Space Stations – Our Outposts In Space!

"Any section through any diameter looked like an immense rose-window, of six circles grouped round a seventh. In truth, each of these sections would reveal the existence of seven chambers in the moon,—each a sphere itself,—whose arches gave solidity to the whole; while yet, of the whole moon, the greater part was air. In all there were thirteen of these moonlets, if I am so to call them; though no one section, of course, would reveal so many. Sustained on each side by their groined arches, the surface of the whole moon was built over them and under them,—simply two domes connected at the bases. The chambers themselves were made lighter by leaving large, round windows or open circles in the parts of their vaults farthest from their points of contact, so that each of them looked not unlike the outer sphere of a Japanese ivory nest of concentric balls. You see the object was to make a moon, which, when left to its own gravity, should be fitly supported or braced within. Dear George was sure that, by this constant repetition of arches, we should with the least weight unite the greatest strength."

In 1869, Edward Everett Hale, the American science fiction author wrote a short story named The Brick Moon, which described the construction and launch into orbit of a large hollow sphere built entirely of bricks. While describing the 200-feet diameter sphere, Hale was creating history, as it is generally considered as the first known portrayal of a man made Earth satellite. In the story, the brick moon gets unexpectedly launched into the orbit with people onboard, but the marooned inhabitants successfully adapt to the conditions of the life in space, and this can be seen as the first depictions of the concept of a space colony or a space station.



Edward Everett Hale, who first described the concept of a space station.

A string of Victorian era science fiction novels ignited the desire for space exploration in the minds of general public and they became the inspiration for scientists like Konstantin Tsiolkovsky, Hermann Oberth and Robert Goddard to come up with treatises, ideas and inventions that paved the way for the modern space age. Tsiolkovsky, in a series of essays, presented the idea of an artificial satellite that functions as a 'way station' for space missions and the concept of a rocket that can accommodate astronauts and allow them to reside in space.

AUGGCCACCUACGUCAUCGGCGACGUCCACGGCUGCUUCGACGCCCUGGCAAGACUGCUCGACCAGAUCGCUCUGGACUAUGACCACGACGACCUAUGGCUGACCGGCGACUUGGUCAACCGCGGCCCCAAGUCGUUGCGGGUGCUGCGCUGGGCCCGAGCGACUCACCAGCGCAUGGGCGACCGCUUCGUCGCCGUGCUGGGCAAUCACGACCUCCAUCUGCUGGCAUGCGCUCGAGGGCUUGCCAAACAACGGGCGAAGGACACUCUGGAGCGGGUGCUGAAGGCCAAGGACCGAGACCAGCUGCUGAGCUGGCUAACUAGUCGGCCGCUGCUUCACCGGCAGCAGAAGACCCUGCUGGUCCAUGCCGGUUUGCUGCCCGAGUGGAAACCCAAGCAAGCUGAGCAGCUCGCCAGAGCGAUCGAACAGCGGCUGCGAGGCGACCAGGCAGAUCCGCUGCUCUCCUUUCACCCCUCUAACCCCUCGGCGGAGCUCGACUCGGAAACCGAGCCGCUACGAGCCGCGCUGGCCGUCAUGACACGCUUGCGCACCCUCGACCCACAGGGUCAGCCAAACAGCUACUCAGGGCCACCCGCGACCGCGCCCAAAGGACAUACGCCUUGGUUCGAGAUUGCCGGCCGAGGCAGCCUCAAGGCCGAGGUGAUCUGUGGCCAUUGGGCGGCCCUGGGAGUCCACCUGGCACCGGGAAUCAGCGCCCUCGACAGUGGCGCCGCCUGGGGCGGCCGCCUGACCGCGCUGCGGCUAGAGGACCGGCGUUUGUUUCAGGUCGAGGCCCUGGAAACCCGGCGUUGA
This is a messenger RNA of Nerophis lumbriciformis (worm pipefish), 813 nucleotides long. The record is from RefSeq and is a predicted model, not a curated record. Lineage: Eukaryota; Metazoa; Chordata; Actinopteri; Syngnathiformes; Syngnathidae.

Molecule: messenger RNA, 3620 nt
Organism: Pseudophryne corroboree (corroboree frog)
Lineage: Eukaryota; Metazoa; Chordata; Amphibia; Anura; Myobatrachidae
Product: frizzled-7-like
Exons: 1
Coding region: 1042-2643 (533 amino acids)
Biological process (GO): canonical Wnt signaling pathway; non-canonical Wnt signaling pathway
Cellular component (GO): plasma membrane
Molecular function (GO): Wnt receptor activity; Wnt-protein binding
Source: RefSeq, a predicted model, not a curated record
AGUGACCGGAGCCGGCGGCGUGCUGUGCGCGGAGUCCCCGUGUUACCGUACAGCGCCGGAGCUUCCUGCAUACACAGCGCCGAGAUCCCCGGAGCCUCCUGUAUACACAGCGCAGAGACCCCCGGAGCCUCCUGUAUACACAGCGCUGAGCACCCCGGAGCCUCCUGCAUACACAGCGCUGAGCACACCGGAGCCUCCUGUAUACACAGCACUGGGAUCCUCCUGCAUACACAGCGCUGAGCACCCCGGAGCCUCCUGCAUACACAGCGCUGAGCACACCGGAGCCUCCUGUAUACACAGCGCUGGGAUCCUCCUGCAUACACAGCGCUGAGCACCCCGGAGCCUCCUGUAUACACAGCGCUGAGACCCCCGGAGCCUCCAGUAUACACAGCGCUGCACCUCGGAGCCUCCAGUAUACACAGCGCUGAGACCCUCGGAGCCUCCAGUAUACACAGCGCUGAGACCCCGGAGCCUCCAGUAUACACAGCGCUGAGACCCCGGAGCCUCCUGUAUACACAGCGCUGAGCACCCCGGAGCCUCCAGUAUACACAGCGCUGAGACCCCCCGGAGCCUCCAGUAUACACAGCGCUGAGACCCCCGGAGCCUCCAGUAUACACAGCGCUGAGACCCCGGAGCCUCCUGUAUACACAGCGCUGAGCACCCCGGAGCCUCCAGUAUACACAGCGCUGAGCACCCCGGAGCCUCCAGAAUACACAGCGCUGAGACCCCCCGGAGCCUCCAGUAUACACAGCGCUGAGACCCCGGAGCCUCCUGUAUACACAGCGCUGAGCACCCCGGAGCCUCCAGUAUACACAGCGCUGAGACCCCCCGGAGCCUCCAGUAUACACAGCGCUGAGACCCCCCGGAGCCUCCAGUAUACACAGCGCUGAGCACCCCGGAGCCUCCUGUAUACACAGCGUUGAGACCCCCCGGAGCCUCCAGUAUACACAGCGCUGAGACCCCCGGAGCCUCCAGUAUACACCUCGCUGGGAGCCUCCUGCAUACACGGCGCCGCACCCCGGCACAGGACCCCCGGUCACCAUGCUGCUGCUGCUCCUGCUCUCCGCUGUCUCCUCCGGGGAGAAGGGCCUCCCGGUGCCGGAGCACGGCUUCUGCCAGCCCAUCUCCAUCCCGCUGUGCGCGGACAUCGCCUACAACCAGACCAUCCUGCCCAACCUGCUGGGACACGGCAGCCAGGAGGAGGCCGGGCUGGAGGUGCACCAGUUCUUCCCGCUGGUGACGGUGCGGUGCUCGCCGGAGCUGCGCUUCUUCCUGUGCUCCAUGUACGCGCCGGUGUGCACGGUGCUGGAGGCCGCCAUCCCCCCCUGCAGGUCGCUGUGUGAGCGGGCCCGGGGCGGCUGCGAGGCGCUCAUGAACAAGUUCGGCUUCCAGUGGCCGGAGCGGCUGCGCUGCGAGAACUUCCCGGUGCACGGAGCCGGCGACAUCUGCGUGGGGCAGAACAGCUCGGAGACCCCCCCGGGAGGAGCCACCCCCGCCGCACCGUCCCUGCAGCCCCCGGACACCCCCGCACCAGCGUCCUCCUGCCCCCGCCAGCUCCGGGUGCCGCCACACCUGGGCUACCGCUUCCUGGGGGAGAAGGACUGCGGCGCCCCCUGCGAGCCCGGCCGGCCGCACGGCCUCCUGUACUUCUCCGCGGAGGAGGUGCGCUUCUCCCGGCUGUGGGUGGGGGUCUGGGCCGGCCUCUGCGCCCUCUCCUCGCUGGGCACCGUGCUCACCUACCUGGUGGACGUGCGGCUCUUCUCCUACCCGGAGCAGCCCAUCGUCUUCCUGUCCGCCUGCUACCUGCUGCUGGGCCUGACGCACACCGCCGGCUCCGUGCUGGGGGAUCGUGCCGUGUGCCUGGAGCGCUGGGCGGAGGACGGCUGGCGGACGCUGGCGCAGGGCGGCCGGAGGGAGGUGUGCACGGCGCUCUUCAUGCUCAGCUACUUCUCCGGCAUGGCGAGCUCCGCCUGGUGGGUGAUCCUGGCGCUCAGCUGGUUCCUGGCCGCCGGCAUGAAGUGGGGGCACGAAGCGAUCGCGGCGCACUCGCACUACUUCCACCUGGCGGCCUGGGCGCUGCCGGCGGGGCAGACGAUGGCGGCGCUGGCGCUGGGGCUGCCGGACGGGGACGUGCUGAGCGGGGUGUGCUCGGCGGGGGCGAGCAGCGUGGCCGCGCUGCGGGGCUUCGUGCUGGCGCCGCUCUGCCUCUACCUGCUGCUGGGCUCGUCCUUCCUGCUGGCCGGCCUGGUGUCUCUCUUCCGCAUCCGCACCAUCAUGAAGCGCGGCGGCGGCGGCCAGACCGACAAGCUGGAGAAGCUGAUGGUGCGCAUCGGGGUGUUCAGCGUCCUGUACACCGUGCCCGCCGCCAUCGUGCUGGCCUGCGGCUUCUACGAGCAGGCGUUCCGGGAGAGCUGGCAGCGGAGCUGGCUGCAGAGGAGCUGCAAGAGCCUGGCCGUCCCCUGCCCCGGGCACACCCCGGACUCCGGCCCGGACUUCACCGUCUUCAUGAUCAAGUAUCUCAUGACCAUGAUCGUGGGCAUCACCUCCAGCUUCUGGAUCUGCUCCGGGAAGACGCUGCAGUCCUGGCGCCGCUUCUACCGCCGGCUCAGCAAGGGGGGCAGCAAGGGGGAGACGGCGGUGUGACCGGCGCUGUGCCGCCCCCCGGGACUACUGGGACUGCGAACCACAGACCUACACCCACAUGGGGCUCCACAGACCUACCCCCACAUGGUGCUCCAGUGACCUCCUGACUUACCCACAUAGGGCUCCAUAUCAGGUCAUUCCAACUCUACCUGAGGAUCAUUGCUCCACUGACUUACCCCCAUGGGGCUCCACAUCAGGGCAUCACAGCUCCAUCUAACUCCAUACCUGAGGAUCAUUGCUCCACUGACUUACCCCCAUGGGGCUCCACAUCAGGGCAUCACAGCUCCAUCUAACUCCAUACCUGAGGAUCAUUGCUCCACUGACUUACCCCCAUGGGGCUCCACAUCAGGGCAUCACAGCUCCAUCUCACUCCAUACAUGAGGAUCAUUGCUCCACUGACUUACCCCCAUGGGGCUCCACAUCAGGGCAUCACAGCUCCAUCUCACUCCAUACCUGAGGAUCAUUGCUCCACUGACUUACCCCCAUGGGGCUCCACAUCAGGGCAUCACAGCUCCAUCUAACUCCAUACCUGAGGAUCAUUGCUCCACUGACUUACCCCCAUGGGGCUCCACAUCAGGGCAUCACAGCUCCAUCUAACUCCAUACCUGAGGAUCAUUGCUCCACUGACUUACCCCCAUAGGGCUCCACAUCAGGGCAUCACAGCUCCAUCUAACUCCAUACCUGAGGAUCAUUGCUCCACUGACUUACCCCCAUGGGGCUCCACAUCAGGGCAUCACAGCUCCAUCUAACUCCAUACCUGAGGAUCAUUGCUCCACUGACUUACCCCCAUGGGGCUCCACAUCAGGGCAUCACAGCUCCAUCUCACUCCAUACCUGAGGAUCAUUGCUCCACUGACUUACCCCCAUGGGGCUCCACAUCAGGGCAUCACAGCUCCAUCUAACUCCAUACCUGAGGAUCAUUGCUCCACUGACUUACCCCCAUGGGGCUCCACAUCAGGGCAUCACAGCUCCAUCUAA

In the 1920s the German physicist, Hermann Oberth came up with a more organized concept of a space station in his books. In 1928, Slovene rocket engineer Herman Potočnik published the book Das Problem der Befahrung des Weltraums - der Raketen-Motor or The Problem of Space Travel - The Rocket Motor, which has the first detailed architectural design for a space station.



One of the many detailed diagrams describing the Noordung space station from The Problem of Space Travel by Potočnik

The wheel like design concept and the rotation of the station for creating artificial gravity by Potočnik were so path breaking. The book also discussed the various civilian and military uses of such an orbit station in great detail.

In 1951, the German (and later American) aerospace scientist, Wernher von Braun, the inventor of the V-2 and Saturn V rockets, came up with a rotating wheel design for a space station based on the ideas presented by Potočnik. By then the rocket technology, that was going to be a major part of the space exploration programs, was developing in leaps and bounds. Early 1950s saw a series of successful rocket missions and in 1957, world’s first artificial satellite, Sputnik 1, was successfully launched in to orbit. The race to the space has earnestly begun.

What is a space station?

A space station is essentially a spacecraft that orbits around the Earth in a low Earth orbit - an orbit altitude between 160 km and 2000 km above the Earth’s surface - and which act as a habitat and laboratory for humans to reside and conduct prolonged space research. Manned space stations enable us to stay for longer durations in space and conduct lengthy space missions. These spacecrafts are designed to stay in space and have docking facilities, which is used by other reusable spacecrafts for transporting crew and supplies to the station.